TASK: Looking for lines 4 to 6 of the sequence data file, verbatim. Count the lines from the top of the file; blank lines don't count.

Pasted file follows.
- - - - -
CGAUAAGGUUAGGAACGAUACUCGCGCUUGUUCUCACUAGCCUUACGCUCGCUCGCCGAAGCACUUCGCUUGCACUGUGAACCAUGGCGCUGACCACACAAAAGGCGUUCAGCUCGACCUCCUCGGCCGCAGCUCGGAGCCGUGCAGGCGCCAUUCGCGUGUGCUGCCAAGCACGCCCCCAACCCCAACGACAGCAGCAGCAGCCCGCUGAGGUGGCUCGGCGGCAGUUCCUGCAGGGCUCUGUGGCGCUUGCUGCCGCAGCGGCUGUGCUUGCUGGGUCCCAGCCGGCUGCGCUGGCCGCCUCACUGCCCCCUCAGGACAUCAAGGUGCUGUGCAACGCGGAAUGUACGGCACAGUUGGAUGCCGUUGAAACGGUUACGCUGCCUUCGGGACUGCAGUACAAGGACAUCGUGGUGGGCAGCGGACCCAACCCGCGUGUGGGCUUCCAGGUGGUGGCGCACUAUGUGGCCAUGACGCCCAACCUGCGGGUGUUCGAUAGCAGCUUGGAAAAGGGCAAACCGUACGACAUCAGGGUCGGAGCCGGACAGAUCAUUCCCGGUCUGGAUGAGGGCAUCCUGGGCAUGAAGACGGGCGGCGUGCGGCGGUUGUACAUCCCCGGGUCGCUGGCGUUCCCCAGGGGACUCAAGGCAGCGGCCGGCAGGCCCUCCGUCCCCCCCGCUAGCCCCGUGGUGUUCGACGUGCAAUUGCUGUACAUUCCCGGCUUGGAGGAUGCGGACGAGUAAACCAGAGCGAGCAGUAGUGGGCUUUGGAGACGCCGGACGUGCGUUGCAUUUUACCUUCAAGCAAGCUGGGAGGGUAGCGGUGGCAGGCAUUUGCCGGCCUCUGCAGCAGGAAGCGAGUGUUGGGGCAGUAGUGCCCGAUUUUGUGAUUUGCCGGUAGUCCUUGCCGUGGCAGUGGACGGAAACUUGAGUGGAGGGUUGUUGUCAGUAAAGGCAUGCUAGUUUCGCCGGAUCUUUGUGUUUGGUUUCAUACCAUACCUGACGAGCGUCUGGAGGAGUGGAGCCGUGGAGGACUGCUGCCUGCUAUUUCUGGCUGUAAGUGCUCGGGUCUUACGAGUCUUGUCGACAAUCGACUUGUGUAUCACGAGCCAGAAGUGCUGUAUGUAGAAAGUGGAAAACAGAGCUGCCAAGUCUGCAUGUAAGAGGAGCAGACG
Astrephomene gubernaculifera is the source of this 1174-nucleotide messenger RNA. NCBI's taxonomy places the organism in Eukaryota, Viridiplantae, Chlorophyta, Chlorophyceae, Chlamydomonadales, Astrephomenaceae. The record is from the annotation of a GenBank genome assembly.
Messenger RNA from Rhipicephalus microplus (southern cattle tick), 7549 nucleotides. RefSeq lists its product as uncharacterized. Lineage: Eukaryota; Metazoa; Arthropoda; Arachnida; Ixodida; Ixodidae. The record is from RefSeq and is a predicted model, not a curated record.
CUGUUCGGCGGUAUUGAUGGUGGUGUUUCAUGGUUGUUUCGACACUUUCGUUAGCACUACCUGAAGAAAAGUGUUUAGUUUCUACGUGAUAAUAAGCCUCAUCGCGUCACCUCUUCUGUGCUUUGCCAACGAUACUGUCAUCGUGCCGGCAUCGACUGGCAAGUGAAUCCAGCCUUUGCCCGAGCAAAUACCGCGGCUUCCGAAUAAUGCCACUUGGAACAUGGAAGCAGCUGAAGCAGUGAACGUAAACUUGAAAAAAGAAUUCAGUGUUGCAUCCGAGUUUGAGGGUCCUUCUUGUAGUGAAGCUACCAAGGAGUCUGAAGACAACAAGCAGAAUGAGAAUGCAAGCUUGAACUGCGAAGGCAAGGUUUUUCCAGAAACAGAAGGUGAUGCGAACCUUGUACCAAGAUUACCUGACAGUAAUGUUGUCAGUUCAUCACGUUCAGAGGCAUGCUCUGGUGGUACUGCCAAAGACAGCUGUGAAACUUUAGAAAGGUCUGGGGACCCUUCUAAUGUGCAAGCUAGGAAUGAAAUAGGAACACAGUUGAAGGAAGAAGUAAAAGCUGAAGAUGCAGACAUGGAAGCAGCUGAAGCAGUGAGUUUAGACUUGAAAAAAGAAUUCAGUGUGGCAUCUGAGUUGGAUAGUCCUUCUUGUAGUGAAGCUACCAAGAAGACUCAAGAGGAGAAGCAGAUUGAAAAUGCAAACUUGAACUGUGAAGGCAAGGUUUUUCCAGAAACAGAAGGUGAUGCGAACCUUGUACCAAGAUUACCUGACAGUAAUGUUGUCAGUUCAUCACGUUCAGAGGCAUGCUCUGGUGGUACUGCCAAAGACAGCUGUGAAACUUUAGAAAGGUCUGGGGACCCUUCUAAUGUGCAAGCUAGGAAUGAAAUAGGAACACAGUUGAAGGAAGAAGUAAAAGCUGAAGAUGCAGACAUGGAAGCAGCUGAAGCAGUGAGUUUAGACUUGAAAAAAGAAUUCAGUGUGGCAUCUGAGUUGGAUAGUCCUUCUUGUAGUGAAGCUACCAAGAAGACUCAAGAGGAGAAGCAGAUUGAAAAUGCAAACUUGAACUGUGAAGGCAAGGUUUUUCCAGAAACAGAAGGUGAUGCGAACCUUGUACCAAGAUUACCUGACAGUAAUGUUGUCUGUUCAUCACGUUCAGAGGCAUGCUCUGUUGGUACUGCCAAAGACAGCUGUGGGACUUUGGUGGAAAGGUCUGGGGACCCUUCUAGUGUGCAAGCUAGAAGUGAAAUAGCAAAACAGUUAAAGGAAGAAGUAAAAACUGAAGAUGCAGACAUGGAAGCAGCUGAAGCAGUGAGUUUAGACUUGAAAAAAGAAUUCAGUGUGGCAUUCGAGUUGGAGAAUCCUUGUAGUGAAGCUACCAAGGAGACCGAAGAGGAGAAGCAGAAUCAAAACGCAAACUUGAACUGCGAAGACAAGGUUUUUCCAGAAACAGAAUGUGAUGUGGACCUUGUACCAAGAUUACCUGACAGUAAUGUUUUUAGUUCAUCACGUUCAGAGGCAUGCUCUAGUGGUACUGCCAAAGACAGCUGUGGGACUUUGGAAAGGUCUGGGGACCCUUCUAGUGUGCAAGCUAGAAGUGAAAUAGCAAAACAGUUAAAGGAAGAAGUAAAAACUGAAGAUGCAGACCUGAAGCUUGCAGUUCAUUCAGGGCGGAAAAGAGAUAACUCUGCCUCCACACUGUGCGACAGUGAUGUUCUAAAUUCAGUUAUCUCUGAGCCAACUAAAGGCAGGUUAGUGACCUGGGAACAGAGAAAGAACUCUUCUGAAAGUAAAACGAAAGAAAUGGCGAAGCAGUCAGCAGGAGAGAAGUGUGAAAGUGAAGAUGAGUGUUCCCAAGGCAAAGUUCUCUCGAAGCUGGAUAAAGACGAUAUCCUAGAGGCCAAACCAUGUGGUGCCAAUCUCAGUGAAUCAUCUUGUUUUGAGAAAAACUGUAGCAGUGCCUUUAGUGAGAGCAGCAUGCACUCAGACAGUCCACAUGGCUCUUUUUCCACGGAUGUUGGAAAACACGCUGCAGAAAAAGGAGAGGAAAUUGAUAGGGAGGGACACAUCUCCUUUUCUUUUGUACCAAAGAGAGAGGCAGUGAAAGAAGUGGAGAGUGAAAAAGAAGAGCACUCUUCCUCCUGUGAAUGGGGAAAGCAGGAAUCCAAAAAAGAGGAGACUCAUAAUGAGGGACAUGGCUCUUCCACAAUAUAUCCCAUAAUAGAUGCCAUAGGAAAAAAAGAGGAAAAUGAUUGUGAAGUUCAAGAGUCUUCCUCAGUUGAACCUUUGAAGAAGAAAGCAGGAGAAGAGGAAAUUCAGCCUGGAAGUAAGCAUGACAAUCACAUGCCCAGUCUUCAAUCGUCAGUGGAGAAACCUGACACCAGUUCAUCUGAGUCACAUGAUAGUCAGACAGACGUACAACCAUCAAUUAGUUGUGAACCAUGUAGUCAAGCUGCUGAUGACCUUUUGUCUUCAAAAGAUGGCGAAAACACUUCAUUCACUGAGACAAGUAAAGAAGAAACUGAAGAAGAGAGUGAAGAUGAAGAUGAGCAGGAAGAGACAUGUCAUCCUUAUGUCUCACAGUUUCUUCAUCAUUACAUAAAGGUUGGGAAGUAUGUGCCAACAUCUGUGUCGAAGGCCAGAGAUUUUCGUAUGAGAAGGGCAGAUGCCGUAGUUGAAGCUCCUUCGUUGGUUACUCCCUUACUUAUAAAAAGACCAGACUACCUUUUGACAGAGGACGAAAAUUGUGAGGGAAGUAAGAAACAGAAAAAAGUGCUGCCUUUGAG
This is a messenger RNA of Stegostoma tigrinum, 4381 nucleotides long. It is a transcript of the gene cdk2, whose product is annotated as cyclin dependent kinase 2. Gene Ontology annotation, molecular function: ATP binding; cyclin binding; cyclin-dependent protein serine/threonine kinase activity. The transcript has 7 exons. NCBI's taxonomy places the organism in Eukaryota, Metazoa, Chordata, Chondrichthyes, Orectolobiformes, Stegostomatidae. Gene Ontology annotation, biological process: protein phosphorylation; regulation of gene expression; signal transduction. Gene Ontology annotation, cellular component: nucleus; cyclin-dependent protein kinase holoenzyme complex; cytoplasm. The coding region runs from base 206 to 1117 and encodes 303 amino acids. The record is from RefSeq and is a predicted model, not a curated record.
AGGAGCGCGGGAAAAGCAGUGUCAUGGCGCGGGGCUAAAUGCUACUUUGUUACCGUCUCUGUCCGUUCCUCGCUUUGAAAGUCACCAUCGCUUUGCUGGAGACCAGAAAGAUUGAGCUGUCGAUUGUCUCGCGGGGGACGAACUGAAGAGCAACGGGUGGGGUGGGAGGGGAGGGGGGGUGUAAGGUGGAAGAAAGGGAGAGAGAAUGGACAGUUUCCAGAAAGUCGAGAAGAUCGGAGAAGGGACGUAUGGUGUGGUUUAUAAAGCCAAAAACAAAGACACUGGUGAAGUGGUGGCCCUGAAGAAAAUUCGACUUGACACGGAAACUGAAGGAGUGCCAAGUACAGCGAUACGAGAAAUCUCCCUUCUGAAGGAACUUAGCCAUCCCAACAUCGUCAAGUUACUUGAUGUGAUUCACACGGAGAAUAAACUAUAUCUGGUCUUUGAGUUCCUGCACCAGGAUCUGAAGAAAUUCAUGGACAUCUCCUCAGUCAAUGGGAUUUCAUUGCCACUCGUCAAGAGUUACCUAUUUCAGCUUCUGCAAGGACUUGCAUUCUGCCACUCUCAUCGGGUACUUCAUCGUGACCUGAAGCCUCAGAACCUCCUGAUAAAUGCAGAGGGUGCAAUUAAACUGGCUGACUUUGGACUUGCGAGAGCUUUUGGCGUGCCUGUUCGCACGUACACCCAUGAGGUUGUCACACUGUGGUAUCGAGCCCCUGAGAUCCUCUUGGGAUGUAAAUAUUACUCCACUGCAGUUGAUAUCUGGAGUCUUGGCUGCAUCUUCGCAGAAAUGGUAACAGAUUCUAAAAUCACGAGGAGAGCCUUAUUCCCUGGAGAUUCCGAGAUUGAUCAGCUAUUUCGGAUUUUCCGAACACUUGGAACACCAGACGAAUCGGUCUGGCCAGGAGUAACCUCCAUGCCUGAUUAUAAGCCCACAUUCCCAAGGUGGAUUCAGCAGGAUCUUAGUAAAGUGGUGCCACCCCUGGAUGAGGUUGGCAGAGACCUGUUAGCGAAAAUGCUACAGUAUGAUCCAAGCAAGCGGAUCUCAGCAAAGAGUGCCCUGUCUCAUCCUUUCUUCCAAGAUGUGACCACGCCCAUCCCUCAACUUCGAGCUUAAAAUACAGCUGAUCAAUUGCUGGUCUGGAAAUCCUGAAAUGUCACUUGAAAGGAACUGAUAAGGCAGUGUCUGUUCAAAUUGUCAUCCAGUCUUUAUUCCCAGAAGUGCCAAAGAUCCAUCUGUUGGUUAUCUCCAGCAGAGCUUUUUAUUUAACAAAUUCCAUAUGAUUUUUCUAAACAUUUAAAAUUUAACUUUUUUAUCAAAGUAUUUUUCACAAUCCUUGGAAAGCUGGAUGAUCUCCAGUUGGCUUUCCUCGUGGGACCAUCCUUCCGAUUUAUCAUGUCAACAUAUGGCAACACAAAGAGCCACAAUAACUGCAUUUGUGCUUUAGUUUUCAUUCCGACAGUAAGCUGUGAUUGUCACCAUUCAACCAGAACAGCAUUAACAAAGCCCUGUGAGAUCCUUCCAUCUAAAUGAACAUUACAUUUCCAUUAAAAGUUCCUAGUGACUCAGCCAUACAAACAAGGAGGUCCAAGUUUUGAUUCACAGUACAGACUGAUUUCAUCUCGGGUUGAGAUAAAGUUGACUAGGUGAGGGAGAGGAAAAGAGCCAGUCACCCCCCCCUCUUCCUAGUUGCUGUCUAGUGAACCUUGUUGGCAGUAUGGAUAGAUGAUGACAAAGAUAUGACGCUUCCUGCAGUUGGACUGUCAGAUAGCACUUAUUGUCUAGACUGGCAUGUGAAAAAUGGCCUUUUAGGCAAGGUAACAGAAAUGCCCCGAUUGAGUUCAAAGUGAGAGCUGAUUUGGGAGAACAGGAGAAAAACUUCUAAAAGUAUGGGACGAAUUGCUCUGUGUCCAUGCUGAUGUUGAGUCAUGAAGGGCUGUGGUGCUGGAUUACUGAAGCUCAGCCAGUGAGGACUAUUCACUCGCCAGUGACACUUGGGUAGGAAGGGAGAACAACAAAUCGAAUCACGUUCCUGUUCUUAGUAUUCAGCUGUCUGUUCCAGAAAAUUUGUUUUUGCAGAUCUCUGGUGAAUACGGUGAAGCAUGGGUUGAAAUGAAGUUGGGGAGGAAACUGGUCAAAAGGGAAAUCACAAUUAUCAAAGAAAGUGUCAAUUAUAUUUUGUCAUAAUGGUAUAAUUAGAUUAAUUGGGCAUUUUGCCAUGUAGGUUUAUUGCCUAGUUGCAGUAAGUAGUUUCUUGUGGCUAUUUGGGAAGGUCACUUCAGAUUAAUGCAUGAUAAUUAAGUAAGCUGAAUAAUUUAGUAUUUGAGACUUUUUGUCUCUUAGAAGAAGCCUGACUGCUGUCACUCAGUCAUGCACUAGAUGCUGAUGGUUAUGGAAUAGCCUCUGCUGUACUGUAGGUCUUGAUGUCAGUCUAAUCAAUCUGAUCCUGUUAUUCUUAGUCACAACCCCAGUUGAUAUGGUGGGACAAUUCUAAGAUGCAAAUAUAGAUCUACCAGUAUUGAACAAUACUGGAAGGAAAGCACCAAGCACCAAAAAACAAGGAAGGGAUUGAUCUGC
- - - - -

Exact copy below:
CUGUUCGGCGGUAUUGAUGGUGGUGUUUCAUGGUUGUUUCGACACUUUCGUUAGCACUACCUGAAGAAAAGUGUUUAGUUUCUACGUGAUAAUAAGCCUCAUCGCGUCACCUCUUCUGUGCUUUGCCAACGAUACUGUCAUCGUGCCGGCAUCGACUGGCAAGUGAAUCCAGCCUUUGCCCGAGCAAAUACCGCGGCUUCCGAAUAAUGCCACUUGGAACAUGGAAGCAGCUGAAGCAGUGAACGUAAACUUGAAAAAAGAAUUCAGUGUUGCAUCCGAGUUUGAGGGUCCUUCUUGUAGUGAAGCUACCAAGGAGUCUGAAGACAACAAGCAGAAUGAGAAUGCAAGCUUGAACUGCGAAGGCAAGGUUUUUCCAGAAACAGAAGGUGAUGCGAACCUUGUACCAAGAUUACCUGACAGUAAUGUUGUCAGUUCAUCACGUUCAGAGGCAUGCUCUGGUGGUACUGCCAAAGACAGCUGUGAAACUUUAGAAAGGUCUGGGGACCCUUCUAAUGUGCAAGCUAGGAAUGAAAUAGGAACACAGUUGAAGGAAGAAGUAAAAGCUGAAGAUGCAGACAUGGAAGCAGCUGAAGCAGUGAGUUUAGACUUGAAAAAAGAAUUCAGUGUGGCAUCUGAGUUGGAUAGUCCUUCUUGUAGUGAAGCUACCAAGAAGACUCAAGAGGAGAAGCAGAUUGAAAAUGCAAACUUGAACUGUGAAGGCAAGGUUUUUCCAGAAACAGAAGGUGAUGCGAACCUUGUACCAAGAUUACCUGACAGUAAUGUUGUCAGUUCAUCACGUUCAGAGGCAUGCUCUGGUGGUACUGCCAAAGACAGCUGUGAAACUUUAGAAAGGUCUGGGGACCCUUCUAAUGUGCAAGCUAGGAAUGAAAUAGGAACACAGUUGAAGGAAGAAGUAAAAGCUGAAGAUGCAGACAUGGAAGCAGCUGAAGCAGUGAGUUUAGACUUGAAAAAAGAAUUCAGUGUGGCAUCUGAGUUGGAUAGUCCUUCUUGUAGUGAAGCUACCAAGAAGACUCAAGAGGAGAAGCAGAUUGAAAAUGCAAACUUGAACUGUGAAGGCAAGGUUUUUCCAGAAACAGAAGGUGAUGCGAACCUUGUACCAAGAUUACCUGACAGUAAUGUUGUCUGUUCAUCACGUUCAGAGGCAUGCUCUGUUGGUACUGCCAAAGACAGCUGUGGGACUUUGGUGGAAAGGUCUGGGGACCCUUCUAGUGUGCAAGCUAGAAGUGAAAUAGCAAAACAGUUAAAGGAAGAAGUAAAAACUGAAGAUGCAGACAUGGAAGCAGCUGAAGCAGUGAGUUUAGACUUGAAAAAAGAAUUCAGUGUGGCAUUCGAGUUGGAGAAUCCUUGUAGUGAAGCUACCAAGGAGACCGAAGAGGAGAAGCAGAAUCAAAACGCAAACUUGAACUGCGAAGACAAGGUUUUUCCAGAAACAGAAUGUGAUGUGGACCUUGUACCAAGAUUACCUGACAGUAAUGUUUUUAGUUCAUCACGUUCAGAGGCAUGCUCUAGUGGUACUGCCAAAGACAGCUGUGGGACUUUGGAAAGGUCUGGGGACCCUUCUAGUGUGCAAGCUAGAAGUGAAAUAGCAAAACAGUUAAAGGAAGAAGUAAAAACUGAAGAUGCAGACCUGAAGCUUGCAGUUCAUUCAGGGCGGAAAAGAGAUAACUCUGCCUCCACACUGUGCGACAGUGAUGUUCUAAAUUCAGUUAUCUCUGAGCCAACUAAAGGCAGGUUAGUGACCUGGGAACAGAGAAAGAACUCUUCUGAAAGUAAAACGAAAGAAAUGGCGAAGCAGUCAGCAGGAGAGAAGUGUGAAAGUGAAGAUGAGUGUUCCCAAGGCAAAGUUCUCUCGAAGCUGGAUAAAGACGAUAUCCUAGAGGCCAAACCAUGUGGUGCCAAUCUCAGUGAAUCAUCUUGUUUUGAGAAAAACUGUAGCAGUGCCUUUAGUGAGAGCAGCAUGCACUCAGACAGUCCACAUGGCUCUUUUUCCACGGAUGUUGGAAAACACGCUGCAGAAAAAGGAGAGGAAAUUGAUAGGGAGGGACACAUCUCCUUUUCUUUUGUACCAAAGAGAGAGGCAGUGAAAGAAGUGGAGAGUGAAAAAGAAGAGCACUCUUCCUCCUGUGAAUGGGGAAAGCAGGAAUCCAAAAAAGAGGAGACUCAUAAUGAGGGACAUGGCUCUUCCACAAUAUAUCCCAUAAUAGAUGCCAUAGGAAAAAAAGAGGAAAAUGAUUGUGAAGUUCAAGAGUCUUCCUCAGUUGAACCUUUGAAGAAGAAAGCAGGAGAAGAGGAAAUUCAGCCUGGAAGUAAGCAUGACAAUCACAUGCCCAGUCUUCAAUCGUCAGUGGAGAAACCUGACACCAGUUCAUCUGAGUCACAUGAUAGUCAGACAGACGUACAACCAUCAAUUAGUUGUGAACCAUGUAGUCAAGCUGCUGAUGACCUUUUGUCUUCAAAAGAUGGCGAAAACACUUCAUUCACUGAGACAAGUAAAGAAGAAACUGAAGAAGAGAGUGAAGAUGAAGAUGAGCAGGAAGAGACAUGUCAUCCUUAUGUCUCACAGUUUCUUCAUCAUUACAUAAAGGUUGGGAAGUAUGUGCCAACAUCUGUGUCGAAGGCCAGAGAUUUUCGUAUGAGAAGGGCAGAUGCCGUAGUUGAAGCUCCUUCGUUGGUUACUCCCUUACUUAUAAAAAGACCAGACUACCUUUUGACAGAGGACGAAAAUUGUGAGGGAAGUAAGAAACAGAAAAAAGUGCUGCCUUUGAG
This is a messenger RNA of Stegostoma tigrinum, 4381 nucleotides long. It is a transcript of the gene cdk2, whose product is annotated as cyclin dependent kinase 2. Gene Ontology annotation, molecular function: ATP binding; cyclin binding; cyclin-dependent protein serine/threonine kinase activity. The transcript has 7 exons. NCBI's taxonomy places the organism in Eukaryota, Metazoa, Chordata, Chondrichthyes, Orectolobiformes, Stegostomatidae. Gene Ontology annotation, biological process: protein phosphorylation; regulation of gene expression; signal transduction. Gene Ontology annotation, cellular component: nucleus; cyclin-dependent protein kinase holoenzyme complex; cytoplasm. The coding region runs from base 206 to 1117 and encodes 303 amino acids. The record is from RefSeq and is a predicted model, not a curated record.
AGGAGCGCGGGAAAAGCAGUGUCAUGGCGCGGGGCUAAAUGCUACUUUGUUACCGUCUCUGUCCGUUCCUCGCUUUGAAAGUCACCAUCGCUUUGCUGGAGACCAGAAAGAUUGAGCUGUCGAUUGUCUCGCGGGGGACGAACUGAAGAGCAACGGGUGGGGUGGGAGGGGAGGGGGGGUGUAAGGUGGAAGAAAGGGAGAGAGAAUGGACAGUUUCCAGAAAGUCGAGAAGAUCGGAGAAGGGACGUAUGGUGUGGUUUAUAAAGCCAAAAACAAAGACACUGGUGAAGUGGUGGCCCUGAAGAAAAUUCGACUUGACACGGAAACUGAAGGAGUGCCAAGUACAGCGAUACGAGAAAUCUCCCUUCUGAAGGAACUUAGCCAUCCCAACAUCGUCAAGUUACUUGAUGUGAUUCACACGGAGAAUAAACUAUAUCUGGUCUUUGAGUUCCUGCACCAGGAUCUGAAGAAAUUCAUGGACAUCUCCUCAGUCAAUGGGAUUUCAUUGCCACUCGUCAAGAGUUACCUAUUUCAGCUUCUGCAAGGACUUGCAUUCUGCCACUCUCAUCGGGUACUUCAUCGUGACCUGAAGCCUCAGAACCUCCUGAUAAAUGCAGAGGGUGCAAUUAAACUGGCUGACUUUGGACUUGCGAGAGCUUUUGGCGUGCCUGUUCGCACGUACACCCAUGAGGUUGUCACACUGUGGUAUCGAGCCCCUGAGAUCCUCUUGGGAUGUAAAUAUUACUCCACUGCAGUUGAUAUCUGGAGUCUUGGCUGCAUCUUCGCAGAAAUGGUAACAGAUUCUAAAAUCACGAGGAGAGCCUUAUUCCCUGGAGAUUCCGAGAUUGAUCAGCUAUUUCGGAUUUUCCGAACACUUGGAACACCAGACGAAUCGGUCUGGCCAGGAGUAACCUCCAUGCCUGAUUAUAAGCCCACAUUCCCAAGGUGGAUUCAGCAGGAUCUUAGUAAAGUGGUGCCACCCCUGGAUGAGGUUGGCAGAGACCUGUUAGCGAAAAUGCUACAGUAUGAUCCAAGCAAGCGGAUCUCAGCAAAGAGUGCCCUGUCUCAUCCUUUCUUCCAAGAUGUGACCACGCCCAUCCCUCAACUUCGAGCUUAAAAUACAGCUGAUCAAUUGCUGGUCUGGAAAUCCUGAAAUGUCACUUGAAAGGAACUGAUAAGGCAGUGUCUGUUCAAAUUGUCAUCCAGUCUUUAUUCCCAGAAGUGCCAAAGAUCCAUCUGUUGGUUAUCUCCAGCAGAGCUUUUUAUUUAACAAAUUCCAUAUGAUUUUUCUAAACAUUUAAAAUUUAACUUUUUUAUCAAAGUAUUUUUCACAAUCCUUGGAAAGCUGGAUGAUCUCCAGUUGGCUUUCCUCGUGGGACCAUCCUUCCGAUUUAUCAUGUCAACAUAUGGCAACACAAAGAGCCACAAUAACUGCAUUUGUGCUUUAGUUUUCAUUCCGACAGUAAGCUGUGAUUGUCACCAUUCAACCAGAACAGCAUUAACAAAGCCCUGUGAGAUCCUUCCAUCUAAAUGAACAUUACAUUUCCAUUAAAAGUUCCUAGUGACUCAGCCAUACAAACAAGGAGGUCCAAGUUUUGAUUCACAGUACAGACUGAUUUCAUCUCGGGUUGAGAUAAAGUUGACUAGGUGAGGGAGAGGAAAAGAGCCAGUCACCCCCCCCUCUUCCUAGUUGCUGUCUAGUGAACCUUGUUGGCAGUAUGGAUAGAUGAUGACAAAGAUAUGACGCUUCCUGCAGUUGGACUGUCAGAUAGCACUUAUUGUCUAGACUGGCAUGUGAAAAAUGGCCUUUUAGGCAAGGUAACAGAAAUGCCCCGAUUGAGUUCAAAGUGAGAGCUGAUUUGGGAGAACAGGAGAAAAACUUCUAAAAGUAUGGGACGAAUUGCUCUGUGUCCAUGCUGAUGUUGAGUCAUGAAGGGCUGUGGUGCUGGAUUACUGAAGCUCAGCCAGUGAGGACUAUUCACUCGCCAGUGACACUUGGGUAGGAAGGGAGAACAACAAAUCGAAUCACGUUCCUGUUCUUAGUAUUCAGCUGUCUGUUCCAGAAAAUUUGUUUUUGCAGAUCUCUGGUGAAUACGGUGAAGCAUGGGUUGAAAUGAAGUUGGGGAGGAAACUGGUCAAAAGGGAAAUCACAAUUAUCAAAGAAAGUGUCAAUUAUAUUUUGUCAUAAUGGUAUAAUUAGAUUAAUUGGGCAUUUUGCCAUGUAGGUUUAUUGCCUAGUUGCAGUAAGUAGUUUCUUGUGGCUAUUUGGGAAGGUCACUUCAGAUUAAUGCAUGAUAAUUAAGUAAGCUGAAUAAUUUAGUAUUUGAGACUUUUUGUCUCUUAGAAGAAGCCUGACUGCUGUCACUCAGUCAUGCACUAGAUGCUGAUGGUUAUGGAAUAGCCUCUGCUGUACUGUAGGUCUUGAUGUCAGUCUAAUCAAUCUGAUCCUGUUAUUCUUAGUCACAACCCCAGUUGAUAUGGUGGGACAAUUCUAAGAUGCAAAUAUAGAUCUACCAGUAUUGAACAAUACUGGAAGGAAAGCACCAAGCACCAAAAAACAAGGAAGGGAUUGAUCUGC